noun (plural hoofs or hooves /ho͝ovz/ /ho͞ovz/)
- With their teeth, hooves, horns and dung, wildebeest have literally cultivated the grasslands.
- I closed my eyes, the horses hooves and the rocking of the carriage almost lulling me to sleep.
- She heard the clopping of horse hooves but she didn't know where it was coming from.
verb[with object] informal
- If you are required to keep your cart on the path, you can end up walking farther than you would have if you hoofed it.
- Why go with a guide instead of hoofing it on your own?
- The bus wheezed up the road to the village of Naggar, where we disembarked, hoisted our packs, and started hoofing it.
- Fred's a smart alec sailor who bumps into his old flame while on shore leave, and it's not long before they're hoofing it to ‘Let Yourself Go’ and ‘Dance’.
- But, no, he really does run a dance club, and Maria is soon hoofing it in Geneva.
- Certainly it's nothing new to see older dancers still hoofing it.
on the hoof
- He said livestock was judged on the hoof at the show and subsequently slaughtered at the East London abattoir.
- This all seemed to work well, but as well as this, according to the regulations, you must have a vet to first inspect all slaughter animals on the hoof - thus adding to the expense.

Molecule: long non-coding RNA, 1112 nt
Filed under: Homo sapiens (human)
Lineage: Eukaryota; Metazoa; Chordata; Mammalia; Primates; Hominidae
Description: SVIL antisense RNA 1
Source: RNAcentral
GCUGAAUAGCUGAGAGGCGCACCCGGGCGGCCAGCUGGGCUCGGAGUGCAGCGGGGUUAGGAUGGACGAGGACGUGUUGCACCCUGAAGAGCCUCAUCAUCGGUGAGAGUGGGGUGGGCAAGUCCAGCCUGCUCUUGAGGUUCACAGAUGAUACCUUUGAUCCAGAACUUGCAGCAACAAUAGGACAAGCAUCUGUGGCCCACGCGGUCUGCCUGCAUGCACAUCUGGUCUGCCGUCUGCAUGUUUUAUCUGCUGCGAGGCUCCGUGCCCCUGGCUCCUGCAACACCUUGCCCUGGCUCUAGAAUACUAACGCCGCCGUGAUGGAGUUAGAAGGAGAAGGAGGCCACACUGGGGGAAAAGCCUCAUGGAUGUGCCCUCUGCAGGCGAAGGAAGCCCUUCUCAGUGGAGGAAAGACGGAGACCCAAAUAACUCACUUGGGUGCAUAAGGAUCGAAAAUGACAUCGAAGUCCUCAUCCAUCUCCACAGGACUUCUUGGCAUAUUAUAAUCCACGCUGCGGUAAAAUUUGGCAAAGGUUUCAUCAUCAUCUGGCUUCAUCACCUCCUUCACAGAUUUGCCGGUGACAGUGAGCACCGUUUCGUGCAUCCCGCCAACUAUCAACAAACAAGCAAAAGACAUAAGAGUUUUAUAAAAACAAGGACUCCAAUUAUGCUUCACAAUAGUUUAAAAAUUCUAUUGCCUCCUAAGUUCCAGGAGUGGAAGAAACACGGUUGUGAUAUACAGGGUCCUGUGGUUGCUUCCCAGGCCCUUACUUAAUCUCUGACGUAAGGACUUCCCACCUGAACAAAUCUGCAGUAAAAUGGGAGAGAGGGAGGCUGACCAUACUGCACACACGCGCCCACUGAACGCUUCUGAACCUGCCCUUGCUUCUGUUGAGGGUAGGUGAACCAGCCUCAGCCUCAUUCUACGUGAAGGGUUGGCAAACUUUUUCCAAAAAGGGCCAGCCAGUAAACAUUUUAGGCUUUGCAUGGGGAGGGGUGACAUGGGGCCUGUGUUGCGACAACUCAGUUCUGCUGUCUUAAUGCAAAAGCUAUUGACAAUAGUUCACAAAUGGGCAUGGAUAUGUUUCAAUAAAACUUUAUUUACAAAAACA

- It is also used by a number of exporters in the Irish livestock industry who ship cattle on the hoof to Lebanon, Egypt and Europe.
- Unfortunately they look set to continue the trend of setting parking policy on the hoof, in response to short-term financial pressures rather than in accordance with a long-term vision.
- But too often, he appears to be making up crime policy on the hoof, like his decision today to release hundreds of criminals early because the prisons are full.
- Are we about to witness more policy made on the hoof, or is this merely evidence they are struggling to defend the indefensible against valid widespread public protest?
- Example sentences
- If they're lucky, the couple will catch sight of the mousedeer, which is the world's smallest hoofed animal and features in local folklore.
- Foot-and-mouth is a highly contagious viral disease which causes blisters and fever in hoofed animals.
- Lions prey mostly on hoofed animals, although they occasionally consume fallen fruit.
Old English hōf, of Germanic origin; related to Dutch hoef and German Huf.
If a government makes policy on the hoof, it does so without proper thought and preparation. The original reference was to livestock that was alive and not yet slaughtered; the earliest example in print dates from 1818. The human foot is also treated like a cow's or horse's in the phrase to hoof it ‘to walk as opposed to ride’, which dates from as far back as the mid 17th century. To hoof meaning ‘to dance’, and hoofer ‘a dancer’ both arose in US slang in the 1920s.
Words that rhyme with hoofaloof, behoof, goof, pouffe, proof, roof, shadoof, spoof, Tartuffe, underproof, woof
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